One of the first things we learn, when getting started with Drupal, is that the settings.php file is where our site's database settings live. There is actually more to settings.php than just pointing Drupal to the correct database.
Settings.php can be used for all sorts of configuration. Much of which I won't attempt to cover and is probably better left to your sys admin. However there are some settings that can be very helpful to any developer or themer.
Settings.php allows you to override any system variable in your variable database table. The syntax for this is pretty simple.
$conf['variable_name'] = value;
Below are a few variable configurations I find useful to add to my development environment's settings.php.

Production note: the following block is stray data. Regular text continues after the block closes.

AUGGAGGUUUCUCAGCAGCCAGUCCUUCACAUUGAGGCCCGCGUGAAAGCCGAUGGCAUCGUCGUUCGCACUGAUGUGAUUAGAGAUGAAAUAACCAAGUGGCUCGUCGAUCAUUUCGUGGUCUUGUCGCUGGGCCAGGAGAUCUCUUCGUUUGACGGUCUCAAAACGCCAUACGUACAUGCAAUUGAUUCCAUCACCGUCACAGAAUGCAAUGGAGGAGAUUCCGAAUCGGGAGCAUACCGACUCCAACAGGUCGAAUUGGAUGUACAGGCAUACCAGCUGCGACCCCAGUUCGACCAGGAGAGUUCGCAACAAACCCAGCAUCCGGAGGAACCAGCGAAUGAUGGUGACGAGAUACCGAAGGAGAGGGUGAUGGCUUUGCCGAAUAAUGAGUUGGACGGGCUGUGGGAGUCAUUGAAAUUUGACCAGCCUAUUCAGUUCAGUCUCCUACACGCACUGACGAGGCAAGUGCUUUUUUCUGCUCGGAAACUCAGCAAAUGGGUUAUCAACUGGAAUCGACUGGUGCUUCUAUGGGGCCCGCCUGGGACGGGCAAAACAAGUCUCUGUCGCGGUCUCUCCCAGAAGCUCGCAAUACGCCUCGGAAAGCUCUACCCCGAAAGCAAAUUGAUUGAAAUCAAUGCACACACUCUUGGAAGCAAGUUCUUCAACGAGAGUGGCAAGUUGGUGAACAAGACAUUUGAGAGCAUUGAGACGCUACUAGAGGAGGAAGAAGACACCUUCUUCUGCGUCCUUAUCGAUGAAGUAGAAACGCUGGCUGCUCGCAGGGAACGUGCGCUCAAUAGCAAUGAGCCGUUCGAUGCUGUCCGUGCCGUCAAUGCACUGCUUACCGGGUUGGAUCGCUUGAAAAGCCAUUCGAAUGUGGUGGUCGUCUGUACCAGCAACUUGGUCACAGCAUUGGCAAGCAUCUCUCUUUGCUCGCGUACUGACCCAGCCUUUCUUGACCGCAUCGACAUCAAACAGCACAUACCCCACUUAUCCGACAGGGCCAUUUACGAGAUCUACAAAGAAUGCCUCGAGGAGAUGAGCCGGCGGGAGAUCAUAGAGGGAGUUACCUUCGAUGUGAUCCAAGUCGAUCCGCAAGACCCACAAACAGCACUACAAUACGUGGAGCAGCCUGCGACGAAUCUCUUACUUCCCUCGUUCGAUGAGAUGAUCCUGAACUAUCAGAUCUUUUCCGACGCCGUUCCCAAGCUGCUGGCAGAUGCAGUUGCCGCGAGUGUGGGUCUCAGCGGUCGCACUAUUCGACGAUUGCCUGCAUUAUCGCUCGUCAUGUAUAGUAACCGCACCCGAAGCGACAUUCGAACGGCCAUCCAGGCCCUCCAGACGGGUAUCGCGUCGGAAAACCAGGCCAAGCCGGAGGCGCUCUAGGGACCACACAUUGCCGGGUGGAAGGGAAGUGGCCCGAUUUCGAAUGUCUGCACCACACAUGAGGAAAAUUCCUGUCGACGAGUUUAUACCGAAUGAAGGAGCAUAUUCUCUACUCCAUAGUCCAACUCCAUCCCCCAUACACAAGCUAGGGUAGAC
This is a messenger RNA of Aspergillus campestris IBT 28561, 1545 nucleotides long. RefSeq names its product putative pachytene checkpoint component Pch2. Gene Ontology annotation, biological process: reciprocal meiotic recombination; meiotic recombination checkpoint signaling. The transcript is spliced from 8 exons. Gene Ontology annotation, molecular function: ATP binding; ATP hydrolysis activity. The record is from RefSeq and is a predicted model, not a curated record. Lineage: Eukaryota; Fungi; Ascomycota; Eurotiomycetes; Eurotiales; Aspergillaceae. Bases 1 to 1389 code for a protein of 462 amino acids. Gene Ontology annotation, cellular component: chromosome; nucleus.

$conf['preprocess_js'] = 0; $conf['preprocess_css'] = 0; $conf['cache'] = 0; $conf['block_cache'] = 0; $conf['googleanalytics_account'] = "UA-XXXXXXX-X";
The first two turn off CSS and JS aggregation. The next two turn off page and block caching. The last sets an invalid Google Analytics account number to prevent GA from tracking your local page views-- assuming you are using the Google Analytics module.
By setting variables in settings.php, you will always override variables set through the UI. So, you no longer need to worry about turning off caching or aggregation when bringing in a new database dump from production.
It's important to note that each environment in which your site runs, should have its own settings.php. This means, if you are using git for version control, you should always ignore you settings.php file. This will prevent it from being deployed to different environments and keep your database settings hidden from those that may have access to your repository.